According to the historians of ancient Rome, a peculiar warband of Gallic warriors neared Roman territory around 350 BCE and pillaged in the Latin and Volscian borderlands. The robbery and destruction was too close to home for the Romans, so Marcus Popilius Laenas (one of Rome’s two consuls at the time) was dispatched with an army to attack the Gallic force. He engaged them near a landmark called the Alban Citadel (or Heights) and forced the Gallic warband to retreat. The fleeing Gallic force, which was not pursued, regrouped for a time in the safety of the mountainous countryside, but eventually resumed their pillaging of the Latin and Volscian region. By 348 BCE, the Gallic warband was again marauding in full force. Yet, as the Gauls pillaged their way toward the Volscian seaside stronghold of Antium, they curiously discovered that they were not the only crew of looters in the region. As it happened, there was, at that very same time, a fleet of Greek pirates that was raiding the Italian coast. In an ironic twist of fate, the Gallic marauders and Greek pirates were said to have found each other on the same patch of shoreline at the same time and the two sides erupted into an impromptu battle, which must have been a relief to the Romans and the people of Antium. The Roman historian, Livy (c. 59 BCE-17 CE), described the alleged incident:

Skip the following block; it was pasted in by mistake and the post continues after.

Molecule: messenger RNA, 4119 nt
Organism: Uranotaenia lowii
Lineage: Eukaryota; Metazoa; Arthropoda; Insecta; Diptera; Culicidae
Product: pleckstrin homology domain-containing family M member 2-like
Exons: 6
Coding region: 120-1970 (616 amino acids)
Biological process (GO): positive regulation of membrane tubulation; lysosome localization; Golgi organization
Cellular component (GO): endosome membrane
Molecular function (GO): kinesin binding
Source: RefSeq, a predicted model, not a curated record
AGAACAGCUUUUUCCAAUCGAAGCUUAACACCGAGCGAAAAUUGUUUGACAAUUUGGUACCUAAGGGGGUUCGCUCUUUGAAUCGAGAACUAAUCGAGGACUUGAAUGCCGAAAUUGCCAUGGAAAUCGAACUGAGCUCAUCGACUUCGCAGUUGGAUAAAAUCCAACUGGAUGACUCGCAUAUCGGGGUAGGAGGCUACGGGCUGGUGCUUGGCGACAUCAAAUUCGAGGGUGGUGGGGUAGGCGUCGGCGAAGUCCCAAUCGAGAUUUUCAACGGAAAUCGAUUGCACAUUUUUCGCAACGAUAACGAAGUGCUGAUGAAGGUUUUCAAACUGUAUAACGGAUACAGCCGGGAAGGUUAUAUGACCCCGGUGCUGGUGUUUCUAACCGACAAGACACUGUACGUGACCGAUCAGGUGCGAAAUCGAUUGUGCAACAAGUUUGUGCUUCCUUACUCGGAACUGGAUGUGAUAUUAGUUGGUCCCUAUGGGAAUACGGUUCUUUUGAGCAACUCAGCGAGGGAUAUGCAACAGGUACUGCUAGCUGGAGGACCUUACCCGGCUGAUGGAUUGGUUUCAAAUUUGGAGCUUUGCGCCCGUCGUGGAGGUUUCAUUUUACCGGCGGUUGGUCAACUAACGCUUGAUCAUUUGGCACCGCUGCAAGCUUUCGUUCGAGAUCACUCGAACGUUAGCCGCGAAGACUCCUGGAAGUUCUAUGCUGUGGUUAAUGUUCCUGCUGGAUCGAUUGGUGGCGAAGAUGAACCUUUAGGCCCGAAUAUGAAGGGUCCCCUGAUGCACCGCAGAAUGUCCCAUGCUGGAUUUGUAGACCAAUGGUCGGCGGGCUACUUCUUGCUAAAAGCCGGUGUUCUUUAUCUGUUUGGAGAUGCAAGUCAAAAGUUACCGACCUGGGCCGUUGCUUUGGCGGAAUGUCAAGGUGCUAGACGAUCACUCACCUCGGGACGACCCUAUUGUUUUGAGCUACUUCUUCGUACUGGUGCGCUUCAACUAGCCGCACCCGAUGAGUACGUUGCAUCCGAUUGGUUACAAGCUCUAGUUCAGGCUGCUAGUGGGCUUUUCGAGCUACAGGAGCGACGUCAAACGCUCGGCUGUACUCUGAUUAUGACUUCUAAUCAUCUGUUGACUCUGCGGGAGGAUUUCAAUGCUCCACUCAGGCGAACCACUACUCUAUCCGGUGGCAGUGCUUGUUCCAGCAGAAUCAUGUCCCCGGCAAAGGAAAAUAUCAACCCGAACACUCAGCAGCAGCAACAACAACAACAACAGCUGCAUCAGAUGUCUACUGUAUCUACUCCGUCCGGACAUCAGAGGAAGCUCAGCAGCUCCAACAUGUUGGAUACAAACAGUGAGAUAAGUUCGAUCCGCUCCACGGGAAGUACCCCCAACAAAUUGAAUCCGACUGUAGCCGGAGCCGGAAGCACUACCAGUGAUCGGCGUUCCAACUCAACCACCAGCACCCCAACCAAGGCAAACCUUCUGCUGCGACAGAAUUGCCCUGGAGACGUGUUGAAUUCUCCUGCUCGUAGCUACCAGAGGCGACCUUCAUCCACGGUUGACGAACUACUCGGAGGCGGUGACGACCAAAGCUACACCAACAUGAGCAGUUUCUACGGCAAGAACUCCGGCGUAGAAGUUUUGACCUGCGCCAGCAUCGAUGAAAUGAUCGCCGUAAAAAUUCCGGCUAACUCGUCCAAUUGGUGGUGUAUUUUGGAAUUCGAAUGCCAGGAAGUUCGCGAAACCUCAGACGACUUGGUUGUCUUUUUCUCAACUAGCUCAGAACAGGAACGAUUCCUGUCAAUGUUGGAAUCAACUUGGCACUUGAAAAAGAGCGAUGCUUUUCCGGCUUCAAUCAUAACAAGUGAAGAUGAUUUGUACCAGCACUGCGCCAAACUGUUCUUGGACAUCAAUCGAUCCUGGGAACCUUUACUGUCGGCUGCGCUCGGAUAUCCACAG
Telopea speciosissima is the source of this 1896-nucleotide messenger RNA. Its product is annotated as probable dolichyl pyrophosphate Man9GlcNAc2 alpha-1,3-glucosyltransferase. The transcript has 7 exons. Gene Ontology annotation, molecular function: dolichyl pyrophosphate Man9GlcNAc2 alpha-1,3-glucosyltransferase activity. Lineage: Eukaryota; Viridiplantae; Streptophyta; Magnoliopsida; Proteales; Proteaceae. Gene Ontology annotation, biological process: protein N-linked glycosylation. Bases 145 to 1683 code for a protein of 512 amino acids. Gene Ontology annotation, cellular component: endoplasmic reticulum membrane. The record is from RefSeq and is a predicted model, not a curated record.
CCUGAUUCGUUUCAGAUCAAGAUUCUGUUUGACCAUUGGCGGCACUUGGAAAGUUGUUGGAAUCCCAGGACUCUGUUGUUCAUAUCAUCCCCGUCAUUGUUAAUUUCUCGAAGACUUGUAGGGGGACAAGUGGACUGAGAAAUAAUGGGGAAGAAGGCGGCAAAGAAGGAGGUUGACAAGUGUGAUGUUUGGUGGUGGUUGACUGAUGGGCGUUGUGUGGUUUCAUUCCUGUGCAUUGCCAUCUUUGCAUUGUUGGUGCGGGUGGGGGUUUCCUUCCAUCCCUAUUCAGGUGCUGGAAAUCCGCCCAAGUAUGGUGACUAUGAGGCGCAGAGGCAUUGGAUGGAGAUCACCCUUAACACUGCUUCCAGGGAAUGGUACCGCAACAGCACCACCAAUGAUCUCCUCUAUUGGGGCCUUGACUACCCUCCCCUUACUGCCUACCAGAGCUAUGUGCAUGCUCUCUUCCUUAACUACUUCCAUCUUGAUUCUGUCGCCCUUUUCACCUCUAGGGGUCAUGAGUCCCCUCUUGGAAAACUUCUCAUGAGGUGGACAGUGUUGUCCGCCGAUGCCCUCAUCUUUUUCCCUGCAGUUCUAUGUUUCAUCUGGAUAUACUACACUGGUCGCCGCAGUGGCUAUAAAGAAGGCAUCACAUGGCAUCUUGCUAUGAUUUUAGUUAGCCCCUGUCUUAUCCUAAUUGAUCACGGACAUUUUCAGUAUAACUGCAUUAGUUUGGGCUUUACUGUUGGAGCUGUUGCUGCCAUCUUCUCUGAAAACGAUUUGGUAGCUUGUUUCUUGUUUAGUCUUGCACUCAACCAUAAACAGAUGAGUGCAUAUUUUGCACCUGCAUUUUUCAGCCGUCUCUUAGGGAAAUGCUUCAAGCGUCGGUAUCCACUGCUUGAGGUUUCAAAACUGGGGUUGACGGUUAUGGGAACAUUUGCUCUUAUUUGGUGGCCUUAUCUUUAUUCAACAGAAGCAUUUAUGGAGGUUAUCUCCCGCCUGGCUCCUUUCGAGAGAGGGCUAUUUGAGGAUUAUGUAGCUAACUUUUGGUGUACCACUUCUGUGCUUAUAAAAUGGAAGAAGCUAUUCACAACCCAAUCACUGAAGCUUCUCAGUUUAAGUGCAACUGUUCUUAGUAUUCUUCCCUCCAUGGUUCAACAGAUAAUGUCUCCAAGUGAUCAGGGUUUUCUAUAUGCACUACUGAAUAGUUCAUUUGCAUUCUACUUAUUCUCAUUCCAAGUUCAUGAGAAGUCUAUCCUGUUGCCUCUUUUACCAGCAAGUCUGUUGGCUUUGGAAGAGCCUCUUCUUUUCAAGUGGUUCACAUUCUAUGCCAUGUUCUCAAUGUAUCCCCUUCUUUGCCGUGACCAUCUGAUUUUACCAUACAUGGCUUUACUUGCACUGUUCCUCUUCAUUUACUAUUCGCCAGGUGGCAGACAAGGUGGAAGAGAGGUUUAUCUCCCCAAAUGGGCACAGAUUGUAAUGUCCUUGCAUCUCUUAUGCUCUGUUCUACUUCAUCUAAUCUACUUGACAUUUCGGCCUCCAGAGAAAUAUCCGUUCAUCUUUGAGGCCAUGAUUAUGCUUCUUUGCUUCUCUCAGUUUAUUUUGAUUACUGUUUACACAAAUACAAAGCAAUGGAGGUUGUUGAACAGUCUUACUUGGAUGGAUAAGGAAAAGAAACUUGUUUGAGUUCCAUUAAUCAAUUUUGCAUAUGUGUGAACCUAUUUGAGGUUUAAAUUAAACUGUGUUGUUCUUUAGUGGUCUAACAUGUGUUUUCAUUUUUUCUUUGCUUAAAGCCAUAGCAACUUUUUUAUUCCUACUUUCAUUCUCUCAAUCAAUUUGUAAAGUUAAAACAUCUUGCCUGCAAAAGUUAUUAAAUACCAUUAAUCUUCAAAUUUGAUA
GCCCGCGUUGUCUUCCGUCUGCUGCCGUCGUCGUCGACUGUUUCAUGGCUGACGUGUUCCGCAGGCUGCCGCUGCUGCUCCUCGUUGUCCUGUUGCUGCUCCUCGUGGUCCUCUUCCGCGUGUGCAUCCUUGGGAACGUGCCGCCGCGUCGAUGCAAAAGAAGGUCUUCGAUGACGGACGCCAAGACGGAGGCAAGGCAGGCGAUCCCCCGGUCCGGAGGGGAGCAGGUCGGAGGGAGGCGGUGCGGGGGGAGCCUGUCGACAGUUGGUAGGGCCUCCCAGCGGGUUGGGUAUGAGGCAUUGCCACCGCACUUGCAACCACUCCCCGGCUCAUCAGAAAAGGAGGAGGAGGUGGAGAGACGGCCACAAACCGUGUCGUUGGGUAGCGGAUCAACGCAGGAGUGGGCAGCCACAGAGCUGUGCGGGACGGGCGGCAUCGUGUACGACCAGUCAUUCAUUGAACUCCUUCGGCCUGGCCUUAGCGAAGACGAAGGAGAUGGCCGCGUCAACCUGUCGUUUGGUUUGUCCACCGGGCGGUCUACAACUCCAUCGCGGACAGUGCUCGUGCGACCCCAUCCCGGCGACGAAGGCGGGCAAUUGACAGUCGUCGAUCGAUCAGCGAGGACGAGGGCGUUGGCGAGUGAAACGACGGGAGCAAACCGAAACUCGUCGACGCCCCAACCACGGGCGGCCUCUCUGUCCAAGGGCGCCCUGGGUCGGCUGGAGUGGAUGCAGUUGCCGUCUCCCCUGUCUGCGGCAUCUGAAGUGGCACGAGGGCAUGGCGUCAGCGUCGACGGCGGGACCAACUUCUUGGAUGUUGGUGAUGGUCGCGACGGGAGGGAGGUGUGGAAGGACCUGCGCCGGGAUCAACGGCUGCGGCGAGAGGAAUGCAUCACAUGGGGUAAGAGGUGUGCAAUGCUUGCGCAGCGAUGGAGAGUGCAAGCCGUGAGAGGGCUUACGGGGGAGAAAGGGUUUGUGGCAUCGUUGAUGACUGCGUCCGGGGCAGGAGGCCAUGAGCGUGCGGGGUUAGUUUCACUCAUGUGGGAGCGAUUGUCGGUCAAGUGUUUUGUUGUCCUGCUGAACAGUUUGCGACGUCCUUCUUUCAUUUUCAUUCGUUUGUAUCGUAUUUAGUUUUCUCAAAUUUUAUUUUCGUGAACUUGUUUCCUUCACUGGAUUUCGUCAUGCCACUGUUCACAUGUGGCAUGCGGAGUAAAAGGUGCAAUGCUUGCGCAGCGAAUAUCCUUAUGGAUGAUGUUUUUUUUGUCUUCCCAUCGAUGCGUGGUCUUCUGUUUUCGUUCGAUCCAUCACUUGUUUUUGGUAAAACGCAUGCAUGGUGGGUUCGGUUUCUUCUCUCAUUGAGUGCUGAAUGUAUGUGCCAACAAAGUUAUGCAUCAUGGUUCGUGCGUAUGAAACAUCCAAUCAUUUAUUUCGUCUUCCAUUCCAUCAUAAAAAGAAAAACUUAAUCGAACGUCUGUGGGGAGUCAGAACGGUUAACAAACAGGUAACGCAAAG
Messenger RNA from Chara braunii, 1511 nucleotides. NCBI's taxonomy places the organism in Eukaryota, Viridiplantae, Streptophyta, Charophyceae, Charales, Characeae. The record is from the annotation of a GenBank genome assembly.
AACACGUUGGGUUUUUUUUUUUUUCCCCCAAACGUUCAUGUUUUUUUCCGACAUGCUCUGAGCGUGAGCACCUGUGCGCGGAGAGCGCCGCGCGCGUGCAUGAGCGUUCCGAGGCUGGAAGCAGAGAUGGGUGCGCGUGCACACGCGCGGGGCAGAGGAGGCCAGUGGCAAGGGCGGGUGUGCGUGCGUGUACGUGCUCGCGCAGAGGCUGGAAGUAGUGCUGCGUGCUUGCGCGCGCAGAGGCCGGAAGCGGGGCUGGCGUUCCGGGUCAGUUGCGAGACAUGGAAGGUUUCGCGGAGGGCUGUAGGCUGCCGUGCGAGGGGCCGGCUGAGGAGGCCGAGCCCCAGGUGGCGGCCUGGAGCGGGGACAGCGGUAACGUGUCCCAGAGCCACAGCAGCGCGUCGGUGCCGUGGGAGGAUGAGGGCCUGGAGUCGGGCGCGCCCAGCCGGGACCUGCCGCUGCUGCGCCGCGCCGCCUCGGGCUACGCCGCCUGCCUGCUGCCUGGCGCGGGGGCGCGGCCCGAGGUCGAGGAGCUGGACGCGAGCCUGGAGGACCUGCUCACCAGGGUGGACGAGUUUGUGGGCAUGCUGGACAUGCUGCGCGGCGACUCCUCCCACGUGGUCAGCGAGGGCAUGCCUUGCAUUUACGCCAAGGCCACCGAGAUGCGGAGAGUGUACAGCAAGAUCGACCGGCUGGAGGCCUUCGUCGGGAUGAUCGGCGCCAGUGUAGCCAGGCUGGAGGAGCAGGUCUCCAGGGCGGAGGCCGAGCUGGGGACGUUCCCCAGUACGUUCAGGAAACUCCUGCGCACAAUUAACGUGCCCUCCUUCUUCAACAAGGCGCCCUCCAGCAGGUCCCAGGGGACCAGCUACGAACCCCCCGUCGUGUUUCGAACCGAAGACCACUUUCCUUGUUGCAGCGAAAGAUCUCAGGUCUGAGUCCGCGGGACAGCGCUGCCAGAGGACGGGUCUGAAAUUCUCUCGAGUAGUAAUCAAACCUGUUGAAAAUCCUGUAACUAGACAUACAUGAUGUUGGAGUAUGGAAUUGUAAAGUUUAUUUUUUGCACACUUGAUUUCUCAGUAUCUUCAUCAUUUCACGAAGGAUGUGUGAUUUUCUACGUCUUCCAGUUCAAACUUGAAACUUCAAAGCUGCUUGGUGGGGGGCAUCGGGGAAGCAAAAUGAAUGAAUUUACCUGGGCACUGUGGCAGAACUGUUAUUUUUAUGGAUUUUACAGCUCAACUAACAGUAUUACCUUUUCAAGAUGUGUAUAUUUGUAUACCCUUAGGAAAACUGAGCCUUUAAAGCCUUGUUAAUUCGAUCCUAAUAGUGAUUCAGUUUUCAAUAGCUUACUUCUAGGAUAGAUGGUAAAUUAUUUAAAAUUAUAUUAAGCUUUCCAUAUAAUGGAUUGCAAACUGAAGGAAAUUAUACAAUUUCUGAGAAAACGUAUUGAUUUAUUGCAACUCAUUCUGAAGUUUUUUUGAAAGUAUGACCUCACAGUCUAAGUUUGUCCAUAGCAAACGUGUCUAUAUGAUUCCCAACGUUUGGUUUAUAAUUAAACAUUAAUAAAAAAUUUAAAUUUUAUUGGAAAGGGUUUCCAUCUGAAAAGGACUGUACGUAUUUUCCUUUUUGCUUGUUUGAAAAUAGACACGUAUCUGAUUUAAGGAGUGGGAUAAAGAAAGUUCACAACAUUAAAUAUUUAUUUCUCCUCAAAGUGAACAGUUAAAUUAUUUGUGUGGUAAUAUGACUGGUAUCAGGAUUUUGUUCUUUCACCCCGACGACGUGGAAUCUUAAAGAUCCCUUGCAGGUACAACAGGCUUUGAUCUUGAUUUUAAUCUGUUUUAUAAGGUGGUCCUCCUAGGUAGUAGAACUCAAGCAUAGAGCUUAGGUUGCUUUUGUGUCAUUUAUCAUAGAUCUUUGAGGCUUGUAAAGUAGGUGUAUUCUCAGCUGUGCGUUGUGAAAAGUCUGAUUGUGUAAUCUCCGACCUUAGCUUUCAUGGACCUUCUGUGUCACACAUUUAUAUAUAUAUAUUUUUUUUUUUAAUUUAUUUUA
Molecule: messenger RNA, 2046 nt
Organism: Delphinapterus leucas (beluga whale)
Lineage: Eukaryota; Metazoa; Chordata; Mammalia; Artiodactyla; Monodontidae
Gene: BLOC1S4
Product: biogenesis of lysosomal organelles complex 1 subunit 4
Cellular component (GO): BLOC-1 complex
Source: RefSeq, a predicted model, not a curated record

“The Gauls came down from the Alban heights, being unable to stand the severity of the winter weather, and ranged over the plains and coastal area, destroying the countryside. Greek fleets infested the sea, the coast of Antium, the Laurentine district and the mouth of the Tiber, and on one occasion the pirates encountered the land-raiders and fought an indecisive battle, so that the Gauls returned to their camp and the Greeks to their ships, both uncertain whether they had lost or won” (Livy, Roman History, 7.25).
As the pirates and marauders did not eradicate each other in their inconclusive battle, the Romans decided to send out armies to address both threats. The Greek pirates, fortunately for Rome, were said to have eventually sailed out of Roman waters. As for the Gallic warband, they required another battle. Still around the year 348 BCE, a fresh and healthy Roman army, commanded by Consul Lucius Furius Camillus, was said to have fought the remnants of the Gallic force that had been wandering around Italy for years. It was an easy Roman victory and the Gallic warband was driven away.
Written by C. Keith Hansley
Picture Attribution: (Cropped section of the Landing of Scipio Africanus at Carthage, by Michiel Coxie (c. 1499-1592), [Public Domain] via Creative Commons and the Rijksmuseum).
- The History of Rome (Rome and Italy) by Livy, translated by Betty Radice. New York: Penguin Classics, 1982.